Other than Kent Tekulve, I can’t think of anyone who looked less like a ballplayer than Rawly Eastwick. At six feet, three inches and 175 pounds, Eastwick bested Tekulve by a few pounds, but he still looked more like the 98-pound weakling than the second coming of Jack LaLanne. Eastwick’s face didn’t give him any additional toughness either. The antithesis of Clint Eastwood, Eastwick had the kind of baby face that would have made Barbara Stanwyck jealous.
And then there’s the name. Rawly Eastwick, short for Rawlins Jackson Eastwick III, which makes me think of English royalty, or might even conjure up memories of that clever 1987 film, The Witches of Eastwick. It sure as heck doesn’t sound like the kind of name that we should be seeing on the front of a 1978 baseball card.
In this case, Eastwick provides a good example of the variations in Yankee cards that were issued that spring and summer. The Eastwick card depicted here is the only one ever issued that shows him wearing the colors of the Yankees. It’s not part of Topps’ official 1978 set; that card shows him sporting the airbrushed colors of the Cardinals, for whom he had finished out the 1977 season after a mid-year trade from Cincinnati. (The Reds, having given up hope of re-signing Eastwick, traded him for the likes of Doug Capilla.) No, this card is part of a special Yankees set, fully authorized by the Pinstripers, but sponsored by a third party—Burger King.
With the full cooperation and permission of Topps, the Yankees and Burger King used the same basic card design—both front and back—that the venerable card company featured in its 1978 set, but the photograph on the front of the card posed a problem. Rather than airbrush Yankee colors over the airbrush of Cardinals colors, the Yankees snapped a new photo of Eastwick, by now wearing an authentic Yankees uniform, and provided it to the card designers for transferal onto the Topps design.
In most cases, the 1978 Yankee cards used the same photo as the regular Topps set, but variations were produced for Eastwick and Rich "Goose" Gossage. Gossage’s Topps card shows Yankee colors airbrushed onto a Pirate uniform while the Yankee/BK card features a new photo with "The Goose" wearing an authentic Yankee uniform. As with Gossage, the Yankees and Burger King decided that a fresh photo would be a better place to start.
Unlike Gossage, Eastwick wasn’t the most integral member of the 1978 World Champion New York Yankees. He made only eight appearances for New York that season before being traded to the Philadelphia Phillies for flaky backup outfielder Jay "Moon Man" Johnstone. (Chapter and verse could be written about the Moon Man, but that will have to wait for a later date.) Eastwick’s early-season presence in pinstripes, however, did provide one of the first controversies of that tumultuous summer. With Eastwick, Gossage, and Sparky Lyle all on the ’78 roster to start the season, Billy Martin had an overload of ace relievers. Martin picked Gossage to close most of the time (sticking with him despite an early season slump), employed Lyle in a late-inning set-up role, and predictably had little use for Eastwick.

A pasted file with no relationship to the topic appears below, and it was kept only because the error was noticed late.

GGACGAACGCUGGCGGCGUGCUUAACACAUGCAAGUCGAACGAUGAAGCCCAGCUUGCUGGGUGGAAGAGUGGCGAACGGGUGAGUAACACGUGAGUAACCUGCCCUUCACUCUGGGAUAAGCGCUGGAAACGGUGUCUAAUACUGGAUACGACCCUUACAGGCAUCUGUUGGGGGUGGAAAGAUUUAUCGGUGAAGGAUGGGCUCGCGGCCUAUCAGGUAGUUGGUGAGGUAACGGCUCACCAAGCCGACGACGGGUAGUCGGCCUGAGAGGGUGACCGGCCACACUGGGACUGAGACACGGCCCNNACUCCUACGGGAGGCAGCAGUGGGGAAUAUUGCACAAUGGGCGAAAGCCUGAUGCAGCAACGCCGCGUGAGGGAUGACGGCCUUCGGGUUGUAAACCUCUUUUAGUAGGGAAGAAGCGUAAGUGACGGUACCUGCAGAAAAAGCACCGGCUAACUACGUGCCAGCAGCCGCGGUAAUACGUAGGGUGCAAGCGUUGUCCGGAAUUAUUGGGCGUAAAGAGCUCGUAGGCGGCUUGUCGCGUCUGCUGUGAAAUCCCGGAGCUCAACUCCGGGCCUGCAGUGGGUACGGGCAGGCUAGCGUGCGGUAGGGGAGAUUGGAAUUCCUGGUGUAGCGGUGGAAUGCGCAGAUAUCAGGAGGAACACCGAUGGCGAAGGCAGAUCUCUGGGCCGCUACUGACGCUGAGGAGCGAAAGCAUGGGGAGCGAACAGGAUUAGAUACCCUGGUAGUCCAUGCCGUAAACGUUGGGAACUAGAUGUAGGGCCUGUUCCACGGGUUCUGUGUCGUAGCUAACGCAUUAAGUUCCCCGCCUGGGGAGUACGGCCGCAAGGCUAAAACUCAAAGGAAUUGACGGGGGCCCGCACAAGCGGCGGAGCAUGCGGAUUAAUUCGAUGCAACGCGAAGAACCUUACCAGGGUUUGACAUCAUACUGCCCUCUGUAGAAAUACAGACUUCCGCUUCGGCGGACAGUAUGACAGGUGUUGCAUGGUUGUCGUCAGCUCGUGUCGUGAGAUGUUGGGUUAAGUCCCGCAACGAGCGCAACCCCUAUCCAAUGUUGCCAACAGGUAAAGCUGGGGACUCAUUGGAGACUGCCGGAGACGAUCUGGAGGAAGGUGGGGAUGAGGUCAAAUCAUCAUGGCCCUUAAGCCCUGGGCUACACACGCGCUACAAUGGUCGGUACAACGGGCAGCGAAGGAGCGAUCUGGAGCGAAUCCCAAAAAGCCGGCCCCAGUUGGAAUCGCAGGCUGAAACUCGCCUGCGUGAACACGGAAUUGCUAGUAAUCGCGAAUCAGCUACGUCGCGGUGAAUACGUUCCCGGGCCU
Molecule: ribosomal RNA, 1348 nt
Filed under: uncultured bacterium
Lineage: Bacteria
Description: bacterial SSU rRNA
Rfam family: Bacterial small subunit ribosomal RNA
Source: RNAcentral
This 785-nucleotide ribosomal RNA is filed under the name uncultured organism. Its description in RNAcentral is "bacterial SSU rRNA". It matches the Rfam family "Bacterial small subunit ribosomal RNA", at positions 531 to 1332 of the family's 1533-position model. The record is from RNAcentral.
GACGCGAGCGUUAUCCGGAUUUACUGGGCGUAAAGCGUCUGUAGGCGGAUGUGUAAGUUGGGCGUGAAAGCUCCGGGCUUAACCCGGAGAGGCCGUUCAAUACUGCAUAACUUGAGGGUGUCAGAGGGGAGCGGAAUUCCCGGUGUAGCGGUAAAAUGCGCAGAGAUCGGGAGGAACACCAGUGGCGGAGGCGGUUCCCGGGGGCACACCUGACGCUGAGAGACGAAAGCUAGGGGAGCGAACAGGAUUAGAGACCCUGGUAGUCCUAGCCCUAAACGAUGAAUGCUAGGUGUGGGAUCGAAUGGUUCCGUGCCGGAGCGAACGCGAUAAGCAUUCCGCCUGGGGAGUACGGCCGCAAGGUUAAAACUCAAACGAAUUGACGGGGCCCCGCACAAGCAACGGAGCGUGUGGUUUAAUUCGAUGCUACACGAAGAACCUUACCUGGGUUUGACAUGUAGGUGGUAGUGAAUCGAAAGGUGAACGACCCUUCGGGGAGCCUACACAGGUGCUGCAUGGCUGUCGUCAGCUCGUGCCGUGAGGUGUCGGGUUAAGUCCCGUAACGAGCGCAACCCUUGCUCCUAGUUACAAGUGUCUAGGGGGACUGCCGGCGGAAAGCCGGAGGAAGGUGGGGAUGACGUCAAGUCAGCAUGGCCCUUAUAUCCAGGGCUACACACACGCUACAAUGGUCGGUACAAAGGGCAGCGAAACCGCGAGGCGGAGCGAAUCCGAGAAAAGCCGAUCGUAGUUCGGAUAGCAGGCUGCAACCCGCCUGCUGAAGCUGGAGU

At one time, Eastwick had been a standout relief ace for the Reds, using a three-quarters delivery, an overwhelming fastball, and a hard slider to head up a championship bullpen in 1975 and ’76. But he had been mediocre in 1977, and didn’t have the pedigree of either Goose or Sparky. For Martin, it was an easy choice to bury Eastwick in his doghouse of underuse. Eastwick didn’t pitch badly in his eight Yankee appearances; he merely became a hood ornament in Billy Martin’s game plan, where starting pitchers piled up loads of innings and only Billy’s best relievers received the ball in meaningful situations. If only Eastwick were pitching in today’s game; he would have been the ideal "seventh-inning man" in what has become the ludicrous fragmentation of the bullpen.
Unfortunately for Eastwick, the Phillies’ bullpen was almost as crowded as New York’s. With Gene Garber, Tug McGraw, and Ron Reed available to soak up the late innings, opportunities for Eastwick continued to dwindle—as did his fastball. Perhaps done in by the 204 innings he logged in 1976 and ’77, Eastwick never regained his dominance and found himself out of baseball by 1981.
Outside of his meteoric success with the Big Red Machine (not to mention the failure of that 1975 home run he surrendered to Bernie Carbo), the pencil-thin right-hander created interest both because of his offbeat habits. Eastwick practiced transcendental meditation, considered a fad during the decade of the 1970s but something he had done ever since childhood. During his first spring with the Yankees, Eastwick bragged about a new diet that he had started. It was a regimen that eliminated red meat and foods with preservatives or dyes, which was a relatively radical diet for the time period. Now exactly why the reed-thin Eastwick felt he needed to lose more weight remains a question for another day.
During the winters, Eastwick spent much of his time collecting antiques, such as a 100-year old ring and Persian money clips. Perhaps most notably, Eastwick also liked to create paintings on canvas. An accomplished artist, Eastwick once said his best painting was a still-life that he gave to Johnny Bench and his wife as a wedding gift.
It was just another aspect of Eastwick’s life that made him anything but the stereotypical ballplayer.
Bruce Markusen writes "Cooperstown Confidential" for MLB.com